2

I'm trying to write a blink without delay code that will wait 20 seconds, then blink 5 times, then wait another 20 seconds - rinse and repeat.

Here's the minimal code I wrote:

if (currentTime % 20000 == 0) {
  for (int x = 0; x <= 5; x++) {
    if (currentTime % 500 == 0) {
      if (solenoid == LOW) {
        solenoid = HIGH;
      }   else {
        solenoid = LOW;
      }
      digitalWrite(solenoidpin, solenoid);
    }
  }
}
}

All this seems to do is set solenoid to HIGH and keep it there. If I get rid of the for loop and the second if statement, I can get it to switch between low and high every 20 seconds, but adding the if and for loops seems to kill it. Any thoughts on how to make this work?

  • Why are you executing it in a for loop 6 times? If currentTime % 500 == 0 is true, it will flip the solenoid state 6 times (i.e., not change it). – Maximilian Gerhardt Jan 30 '18 at 16:29
  • 3
    Please edit your question to include a Minimal, Complete, and Verifiable example of code, not just snippets. Minimal means you've stripped away irrelevant stuff, just leaving what's needed to show the problem. Complete means all the library names are shown, all the variable declarations, and all the function definitions – so people don't have to waste time guessing what you did or what you meant. Verifiable means it can be compiled and tested, allowing other people to test their theories about the problem – user31481 Jan 30 '18 at 16:30
  • 1
    By comparing the result of the modulo operation on a micros() value, you will only "trigger" if you happen to approach each if statement on exactly the microsecond boundary. Depending on your other code, you may find that the Arduino doesn't get around to your if statements on every sequential millisecond, and so you may miss some triggers. Better to do the subtract-and-compare operation that the BlinkWithoutDelay actually uses. That way, your if will trigger, even if you happened to miss the time by one millisecond. – jose can u c Jan 30 '18 at 16:38
  • That code just flips the solenoid really fast for a milisecond, then repeats it in 20 seconds. The for loop and the second if are pointless. In the for loop the variable currentTime doesn't change and the second if is always true because 20000 is divisible by 500. – gre_gor Jan 30 '18 at 16:45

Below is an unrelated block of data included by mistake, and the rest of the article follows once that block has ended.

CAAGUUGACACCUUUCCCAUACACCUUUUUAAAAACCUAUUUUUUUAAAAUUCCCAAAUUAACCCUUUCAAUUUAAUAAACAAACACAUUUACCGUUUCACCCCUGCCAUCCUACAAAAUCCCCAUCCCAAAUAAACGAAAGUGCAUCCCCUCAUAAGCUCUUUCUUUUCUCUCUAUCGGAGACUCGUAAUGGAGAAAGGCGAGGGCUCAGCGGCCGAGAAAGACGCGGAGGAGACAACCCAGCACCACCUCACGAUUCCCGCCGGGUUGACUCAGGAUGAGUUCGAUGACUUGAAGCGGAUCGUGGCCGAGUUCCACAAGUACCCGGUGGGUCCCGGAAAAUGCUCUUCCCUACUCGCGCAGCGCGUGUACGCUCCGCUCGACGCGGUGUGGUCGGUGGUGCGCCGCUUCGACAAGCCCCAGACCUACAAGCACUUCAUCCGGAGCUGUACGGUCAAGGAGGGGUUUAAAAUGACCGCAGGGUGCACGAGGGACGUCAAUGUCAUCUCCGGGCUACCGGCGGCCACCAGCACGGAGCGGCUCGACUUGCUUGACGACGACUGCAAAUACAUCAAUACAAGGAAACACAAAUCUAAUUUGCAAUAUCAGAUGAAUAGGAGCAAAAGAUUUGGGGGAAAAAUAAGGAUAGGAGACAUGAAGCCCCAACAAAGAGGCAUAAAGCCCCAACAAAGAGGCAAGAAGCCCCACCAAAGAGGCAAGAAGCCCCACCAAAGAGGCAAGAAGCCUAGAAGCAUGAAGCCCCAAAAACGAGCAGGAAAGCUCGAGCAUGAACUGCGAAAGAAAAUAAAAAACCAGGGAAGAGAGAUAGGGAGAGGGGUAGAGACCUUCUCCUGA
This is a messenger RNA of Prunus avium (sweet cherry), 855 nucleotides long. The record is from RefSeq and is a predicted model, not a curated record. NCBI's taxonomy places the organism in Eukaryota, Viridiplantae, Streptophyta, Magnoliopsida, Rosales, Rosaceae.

3
// assuming blinking is 500ms ON, 500ms OFF, so 4500ms for 5 blinks. 

int tick = (currentTime/500) % 49;
// if one tick is 500ms, that means, 
//    1 tick ON, 1 tick OFF, 1 tick ON, ... , 1 tick ON, 40 ticks OFF (for a total of 49 ticks)
if( ( tick < 5*2 ) && ( tick%2==0 ) )// only turn ON the led on the first 10 ticks (5 ON; 5 OFF)
                                     //  and only if the number of ticks is ODD
    digitalWrite(solenoidpin, HIGH);
else
    digitalWrite(solenoidpin, LOW);

What I did was convert the milliseconds in to ticks of 500 ms. Then based on the tick value, update the led.

PS I tested it on a Arduino Pro Mini

  • converting elapsed time to tick makes all kinds of sense. ... it is so easy to expand the number of controlled pins ... you could use lookup tables to make complex timing patterns like in a drum machine – jsotola Jan 30 '18 at 18:10
  • 1
    This is smart. But note that: 1. The division and modulo operators are computationally expensive, although tick%2 would be cheap if tick was unsigned. 2. The formula for tick is ill-behaved when millis() rolls over. Both issues could be fixed by updating tick within a if (millis() - lastMillis > 500) { ... } construct. – Edgar Bonet Jan 31 '18 at 8:38
3

Here is a solution:

void setup()
{
    Serial.begin(9600);
    pinMode(LED_BUILTIN, OUTPUT);
}

#define INTERVAL 20000L
#define BLINK_TIMES 5
void loop()
{
    static unsigned long lastBlink = 0;
    static int count = 0;

    unsigned long now = millis();

    if(count > 0) {
        count -= blink();
        lastBlink = now;
    } else {
        if(now - lastBlink >= INTERVAL) {
            count = BLINK_TIMES;
        }
    }
}

/*
 * Do one blink.
 * Return 1 when blink is done.
 */
int blink()
{
  static unsigned long lastFlip = 0;
  static int count = 0;
  bool last = false;

  unsigned long now = millis();

  if(now - lastFlip >= 500) {
    digitalWrite(LED_BUILTIN, !digitalRead(LED_BUILTIN));
    Serial.print(now / 1000); Serial.print(". "); Serial.println("blink");
    lastFlip = now;
    count++;
    if (count == 2) {
      count = 0;
      last = true;
      }
   }

   return (last) ? 1 : 0 ;
}

The count variable controls when to blink and how many times. While it's zero, no blinking.

When not blinking, it keeps comparing actual time with the last time it blinked. When the time exceed 20s, it puts count to five, and in the next loop, the blinking start.

Variables are declared static so they keep their values between loop executions.

  • Since the last blink will end with a 500ms delay, the wait-time of 20 seconds, will become 20.5 seconds (-: – Gerben Jan 30 '18 at 17:08
  • @jsotola. My bad. I correct my answer. – user31481 Jan 30 '18 at 17:45
  • @Gerben. Check the new answer without delays. – user31481 Jan 30 '18 at 17:46

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